So let me give a little background about myself and then I’ll talk about the book as well. I’ve shied away from the term “feminist” for quite a while – it has a relatively negative connotation in many circles, which is unfortunate. I often felt, that personally, I wasn’t enough of a feminist, in that I believe that women (and all people) should be treated be equally in all aspects of life, but I never really acted on these thoughts and honestly kept them to myself for the better part of my life. As I’ve said before on my blog, I am white, cisgender, educated, middle-class and about as privileged as you can be without being a white man but more and more I look at today’s world and not only see the inequality that I face (as a woman), but more so the inequality that faces so many people who are different. And I believe that people can be different and still treated with respect and equality.

This book, written for a teen audience, does a great job of describing how feminism can differ depending on your background and your own story – what you bring to feminism. There are descriptions about what feminists believe, FAQs about feminism and then breaks down feminism into different areas to focus on – Body & Mind, Gender, Sex & Sexuality, Culture & Pop Culture, Relationships, Confidence & Ambition and Go yOur Own Way.

Each voice in Here We Are, brought their own story to the table and shared what being a feminist means to them – and not only are there women on the list, but the group of people talking about feminism in this book include a diverse group of voices some of which are men, women, different cultures, and people who identify differently than I do. By hearing/reading/seeing their stories, I learn more about the world around me. I learn about these individual people and I think the biggest take-away from this book is that everyone’s story creates their own view of feminism, with the belief that women (and all people) are equal.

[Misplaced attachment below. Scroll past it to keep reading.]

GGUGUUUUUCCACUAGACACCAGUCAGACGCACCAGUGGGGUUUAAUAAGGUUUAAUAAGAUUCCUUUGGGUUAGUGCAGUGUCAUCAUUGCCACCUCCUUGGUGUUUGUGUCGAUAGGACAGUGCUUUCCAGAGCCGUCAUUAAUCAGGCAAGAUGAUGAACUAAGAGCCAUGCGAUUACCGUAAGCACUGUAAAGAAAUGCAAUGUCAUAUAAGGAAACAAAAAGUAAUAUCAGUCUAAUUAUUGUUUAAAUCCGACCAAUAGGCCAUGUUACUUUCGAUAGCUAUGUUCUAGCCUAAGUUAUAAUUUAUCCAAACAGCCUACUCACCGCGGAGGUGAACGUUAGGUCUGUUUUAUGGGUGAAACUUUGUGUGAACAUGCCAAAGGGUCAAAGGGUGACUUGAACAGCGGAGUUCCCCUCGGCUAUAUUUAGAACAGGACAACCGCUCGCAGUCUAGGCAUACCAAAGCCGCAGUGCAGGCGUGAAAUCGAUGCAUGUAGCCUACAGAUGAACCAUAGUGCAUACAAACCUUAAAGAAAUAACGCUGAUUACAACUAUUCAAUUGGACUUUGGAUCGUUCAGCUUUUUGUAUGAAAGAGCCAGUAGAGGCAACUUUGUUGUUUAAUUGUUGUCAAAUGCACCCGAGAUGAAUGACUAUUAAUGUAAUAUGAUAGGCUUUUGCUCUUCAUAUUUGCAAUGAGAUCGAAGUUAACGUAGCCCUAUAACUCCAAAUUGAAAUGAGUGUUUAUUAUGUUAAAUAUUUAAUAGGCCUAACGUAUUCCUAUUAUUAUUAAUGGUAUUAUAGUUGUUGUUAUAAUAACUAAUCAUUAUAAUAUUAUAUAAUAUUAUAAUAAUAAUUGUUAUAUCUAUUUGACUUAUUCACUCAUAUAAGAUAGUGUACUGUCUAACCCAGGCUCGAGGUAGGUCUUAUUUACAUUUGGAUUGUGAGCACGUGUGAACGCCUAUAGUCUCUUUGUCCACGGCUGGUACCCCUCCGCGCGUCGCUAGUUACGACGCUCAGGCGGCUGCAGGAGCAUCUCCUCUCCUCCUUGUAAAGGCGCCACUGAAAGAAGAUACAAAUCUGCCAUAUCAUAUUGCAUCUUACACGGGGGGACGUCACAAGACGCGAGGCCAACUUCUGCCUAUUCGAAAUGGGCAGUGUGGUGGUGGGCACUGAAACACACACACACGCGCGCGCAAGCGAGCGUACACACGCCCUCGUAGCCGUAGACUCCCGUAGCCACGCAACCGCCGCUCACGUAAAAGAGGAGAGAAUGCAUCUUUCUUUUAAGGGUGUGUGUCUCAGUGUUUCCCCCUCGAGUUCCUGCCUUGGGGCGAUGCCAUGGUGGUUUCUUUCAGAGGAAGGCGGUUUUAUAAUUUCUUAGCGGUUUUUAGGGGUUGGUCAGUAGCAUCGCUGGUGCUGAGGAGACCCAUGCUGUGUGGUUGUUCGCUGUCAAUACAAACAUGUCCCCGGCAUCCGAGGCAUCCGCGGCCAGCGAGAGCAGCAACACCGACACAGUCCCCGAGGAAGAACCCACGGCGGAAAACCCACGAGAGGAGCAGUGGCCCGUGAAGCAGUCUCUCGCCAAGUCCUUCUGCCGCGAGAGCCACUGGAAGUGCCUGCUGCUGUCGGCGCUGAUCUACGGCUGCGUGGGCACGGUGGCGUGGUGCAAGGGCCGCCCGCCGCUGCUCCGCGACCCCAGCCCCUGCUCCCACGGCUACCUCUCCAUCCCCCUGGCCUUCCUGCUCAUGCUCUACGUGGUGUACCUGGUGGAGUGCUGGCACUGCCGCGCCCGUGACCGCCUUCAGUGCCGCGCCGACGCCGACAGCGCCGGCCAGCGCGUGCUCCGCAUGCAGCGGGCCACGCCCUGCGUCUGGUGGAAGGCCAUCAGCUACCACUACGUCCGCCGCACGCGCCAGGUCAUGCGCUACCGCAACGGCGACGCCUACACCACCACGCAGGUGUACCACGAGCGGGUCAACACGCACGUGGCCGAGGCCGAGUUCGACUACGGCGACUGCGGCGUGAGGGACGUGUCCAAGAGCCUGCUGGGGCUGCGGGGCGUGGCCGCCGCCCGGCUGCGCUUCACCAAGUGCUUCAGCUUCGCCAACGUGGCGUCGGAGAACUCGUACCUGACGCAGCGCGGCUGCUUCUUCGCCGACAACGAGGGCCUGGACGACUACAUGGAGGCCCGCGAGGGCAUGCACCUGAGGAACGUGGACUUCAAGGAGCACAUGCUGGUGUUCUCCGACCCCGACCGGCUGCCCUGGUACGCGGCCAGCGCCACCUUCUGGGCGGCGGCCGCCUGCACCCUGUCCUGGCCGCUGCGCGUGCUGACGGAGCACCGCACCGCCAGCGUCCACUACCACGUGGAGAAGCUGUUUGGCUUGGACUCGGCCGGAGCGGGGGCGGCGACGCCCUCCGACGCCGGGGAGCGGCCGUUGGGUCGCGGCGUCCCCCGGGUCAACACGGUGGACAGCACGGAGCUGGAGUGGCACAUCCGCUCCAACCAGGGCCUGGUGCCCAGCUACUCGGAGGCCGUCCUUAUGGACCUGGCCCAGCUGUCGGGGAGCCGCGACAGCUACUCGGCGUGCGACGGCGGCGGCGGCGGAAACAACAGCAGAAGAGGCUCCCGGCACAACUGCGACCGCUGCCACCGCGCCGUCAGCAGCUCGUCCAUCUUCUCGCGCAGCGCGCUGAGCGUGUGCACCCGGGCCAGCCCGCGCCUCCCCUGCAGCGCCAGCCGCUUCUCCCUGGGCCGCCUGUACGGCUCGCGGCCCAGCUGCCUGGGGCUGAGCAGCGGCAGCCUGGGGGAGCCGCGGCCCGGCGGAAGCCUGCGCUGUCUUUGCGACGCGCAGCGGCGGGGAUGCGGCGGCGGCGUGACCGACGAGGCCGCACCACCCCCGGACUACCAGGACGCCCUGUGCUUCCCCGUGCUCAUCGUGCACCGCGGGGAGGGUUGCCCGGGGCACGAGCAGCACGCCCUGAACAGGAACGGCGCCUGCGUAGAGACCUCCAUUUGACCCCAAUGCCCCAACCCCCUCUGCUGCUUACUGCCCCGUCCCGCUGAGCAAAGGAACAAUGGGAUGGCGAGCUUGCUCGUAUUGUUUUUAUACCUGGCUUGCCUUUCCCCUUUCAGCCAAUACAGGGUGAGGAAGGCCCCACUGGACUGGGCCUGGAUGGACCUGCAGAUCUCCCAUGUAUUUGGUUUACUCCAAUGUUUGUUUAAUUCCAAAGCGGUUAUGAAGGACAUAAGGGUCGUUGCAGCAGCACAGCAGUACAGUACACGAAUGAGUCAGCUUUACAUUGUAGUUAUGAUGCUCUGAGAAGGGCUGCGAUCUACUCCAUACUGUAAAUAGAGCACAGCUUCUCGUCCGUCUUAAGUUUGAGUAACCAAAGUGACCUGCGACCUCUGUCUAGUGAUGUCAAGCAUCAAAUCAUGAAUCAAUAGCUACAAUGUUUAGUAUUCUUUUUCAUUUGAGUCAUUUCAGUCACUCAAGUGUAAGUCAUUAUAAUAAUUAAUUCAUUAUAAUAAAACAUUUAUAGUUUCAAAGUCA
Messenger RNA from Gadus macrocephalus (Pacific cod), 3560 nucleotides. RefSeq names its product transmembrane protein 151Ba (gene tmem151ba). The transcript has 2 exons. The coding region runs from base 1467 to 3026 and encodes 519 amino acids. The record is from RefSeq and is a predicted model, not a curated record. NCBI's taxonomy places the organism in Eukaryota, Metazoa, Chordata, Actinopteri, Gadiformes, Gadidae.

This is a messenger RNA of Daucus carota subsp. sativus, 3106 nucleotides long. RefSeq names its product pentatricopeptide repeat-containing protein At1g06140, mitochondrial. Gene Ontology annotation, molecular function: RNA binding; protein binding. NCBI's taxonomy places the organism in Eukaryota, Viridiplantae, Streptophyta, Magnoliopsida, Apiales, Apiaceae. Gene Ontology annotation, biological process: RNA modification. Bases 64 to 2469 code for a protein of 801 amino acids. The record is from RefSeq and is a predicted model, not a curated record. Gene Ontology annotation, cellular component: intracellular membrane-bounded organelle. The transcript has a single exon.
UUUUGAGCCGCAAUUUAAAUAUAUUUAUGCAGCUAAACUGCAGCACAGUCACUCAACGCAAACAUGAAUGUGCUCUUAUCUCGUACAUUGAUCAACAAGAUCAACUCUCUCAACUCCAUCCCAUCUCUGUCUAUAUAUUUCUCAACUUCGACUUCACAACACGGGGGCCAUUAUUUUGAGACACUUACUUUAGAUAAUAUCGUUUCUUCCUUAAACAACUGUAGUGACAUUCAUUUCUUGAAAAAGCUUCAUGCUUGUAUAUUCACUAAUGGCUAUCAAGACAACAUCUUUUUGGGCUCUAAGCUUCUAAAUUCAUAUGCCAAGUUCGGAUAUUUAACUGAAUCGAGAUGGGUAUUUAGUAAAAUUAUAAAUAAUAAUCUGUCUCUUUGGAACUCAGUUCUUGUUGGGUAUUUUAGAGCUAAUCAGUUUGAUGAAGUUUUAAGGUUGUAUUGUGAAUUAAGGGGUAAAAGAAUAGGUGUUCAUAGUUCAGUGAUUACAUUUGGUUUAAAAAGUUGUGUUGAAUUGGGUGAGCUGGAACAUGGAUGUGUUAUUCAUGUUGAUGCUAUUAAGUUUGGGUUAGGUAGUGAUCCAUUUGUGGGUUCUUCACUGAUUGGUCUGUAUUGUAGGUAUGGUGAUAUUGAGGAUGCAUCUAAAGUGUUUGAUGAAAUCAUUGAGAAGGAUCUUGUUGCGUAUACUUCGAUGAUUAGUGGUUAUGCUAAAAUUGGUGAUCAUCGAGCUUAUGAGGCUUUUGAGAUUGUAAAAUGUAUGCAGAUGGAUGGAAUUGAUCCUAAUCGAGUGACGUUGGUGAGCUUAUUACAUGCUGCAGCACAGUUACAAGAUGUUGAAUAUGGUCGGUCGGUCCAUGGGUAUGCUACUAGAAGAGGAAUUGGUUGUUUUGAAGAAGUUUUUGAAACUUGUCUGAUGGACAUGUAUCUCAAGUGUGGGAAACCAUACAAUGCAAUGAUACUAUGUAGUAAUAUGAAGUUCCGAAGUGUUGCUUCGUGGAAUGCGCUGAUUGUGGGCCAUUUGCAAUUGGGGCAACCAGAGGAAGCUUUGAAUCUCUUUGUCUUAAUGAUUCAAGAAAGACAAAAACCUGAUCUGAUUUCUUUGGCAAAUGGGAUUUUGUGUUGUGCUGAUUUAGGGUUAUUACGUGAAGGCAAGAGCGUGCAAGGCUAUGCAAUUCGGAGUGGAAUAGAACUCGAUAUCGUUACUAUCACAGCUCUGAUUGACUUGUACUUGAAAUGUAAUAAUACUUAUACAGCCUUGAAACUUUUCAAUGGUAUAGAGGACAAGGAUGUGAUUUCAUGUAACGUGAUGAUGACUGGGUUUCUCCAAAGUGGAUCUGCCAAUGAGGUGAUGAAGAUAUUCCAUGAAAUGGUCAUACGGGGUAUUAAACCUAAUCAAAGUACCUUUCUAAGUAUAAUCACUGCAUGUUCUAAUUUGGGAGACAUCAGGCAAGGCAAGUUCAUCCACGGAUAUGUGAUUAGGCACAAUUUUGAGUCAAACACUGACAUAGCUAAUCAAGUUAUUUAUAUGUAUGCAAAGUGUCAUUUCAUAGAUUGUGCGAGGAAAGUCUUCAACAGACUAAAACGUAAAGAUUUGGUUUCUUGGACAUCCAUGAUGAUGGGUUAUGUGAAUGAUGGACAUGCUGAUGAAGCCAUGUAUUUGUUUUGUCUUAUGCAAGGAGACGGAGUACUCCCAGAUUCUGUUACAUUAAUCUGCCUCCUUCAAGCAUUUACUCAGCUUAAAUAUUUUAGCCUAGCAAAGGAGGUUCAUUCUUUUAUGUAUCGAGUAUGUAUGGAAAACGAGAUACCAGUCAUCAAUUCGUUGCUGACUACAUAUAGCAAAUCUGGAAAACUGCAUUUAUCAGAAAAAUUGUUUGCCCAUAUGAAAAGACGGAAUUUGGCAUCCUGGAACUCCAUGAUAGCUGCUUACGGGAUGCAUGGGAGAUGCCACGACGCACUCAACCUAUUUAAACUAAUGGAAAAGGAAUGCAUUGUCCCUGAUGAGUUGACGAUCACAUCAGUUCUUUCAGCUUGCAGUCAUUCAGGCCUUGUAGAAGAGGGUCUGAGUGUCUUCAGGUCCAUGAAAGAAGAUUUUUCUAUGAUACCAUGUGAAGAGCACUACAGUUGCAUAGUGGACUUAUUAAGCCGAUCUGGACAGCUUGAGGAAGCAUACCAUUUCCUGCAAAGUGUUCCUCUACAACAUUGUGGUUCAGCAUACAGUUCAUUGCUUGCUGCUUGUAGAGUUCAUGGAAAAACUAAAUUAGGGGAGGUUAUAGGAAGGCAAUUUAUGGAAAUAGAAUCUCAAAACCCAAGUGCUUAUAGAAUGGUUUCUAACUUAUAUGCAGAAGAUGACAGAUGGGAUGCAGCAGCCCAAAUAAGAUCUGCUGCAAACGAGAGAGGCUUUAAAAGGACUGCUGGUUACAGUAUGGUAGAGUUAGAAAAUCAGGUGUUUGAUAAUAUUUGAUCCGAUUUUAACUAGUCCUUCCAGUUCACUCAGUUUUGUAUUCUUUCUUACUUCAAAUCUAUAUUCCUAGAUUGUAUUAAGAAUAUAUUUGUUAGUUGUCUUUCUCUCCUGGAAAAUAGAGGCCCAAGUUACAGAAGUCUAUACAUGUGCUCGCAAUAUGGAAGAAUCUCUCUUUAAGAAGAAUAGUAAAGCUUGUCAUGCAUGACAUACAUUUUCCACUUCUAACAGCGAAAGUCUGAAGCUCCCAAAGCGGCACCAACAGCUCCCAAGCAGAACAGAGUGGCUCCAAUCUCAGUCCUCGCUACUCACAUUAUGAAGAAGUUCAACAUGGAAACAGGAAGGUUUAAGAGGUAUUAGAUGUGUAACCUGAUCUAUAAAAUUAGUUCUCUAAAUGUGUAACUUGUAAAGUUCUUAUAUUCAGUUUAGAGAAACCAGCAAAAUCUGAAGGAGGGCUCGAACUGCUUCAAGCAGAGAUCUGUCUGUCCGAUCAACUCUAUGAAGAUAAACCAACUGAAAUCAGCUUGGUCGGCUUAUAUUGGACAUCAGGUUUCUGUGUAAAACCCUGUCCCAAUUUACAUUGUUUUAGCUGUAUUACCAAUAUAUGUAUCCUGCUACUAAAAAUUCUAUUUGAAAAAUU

As an aside: I’m sure that many will argue that there are too many views from this group and too few views from that group. But, when you only have a book with 44 voices, you’re not going to hear every single person’s story, because that would require a much larger book. I think the editor did a great job of trying to reach out to as many different types of people as possible and hopefully the reader can find themselves in the book and if not, feels strongly enough to share their own story online, with their family and friends or by writing their own book, if they so choose.

Twitter Booktalk (140 characters or less): Here We Are is a young person’s guide to what it means to be a feminist  in the real world from 44 diverse voices in today’s world.

Title: Here We Are: 44 Voices Writes, Draw and Speak About Feminism for the Real World
Editor: Kelly Jensen
Publisher: Algonquin Young Readers
Publication Date: February 28, 2017
Page Number: 218 pgs.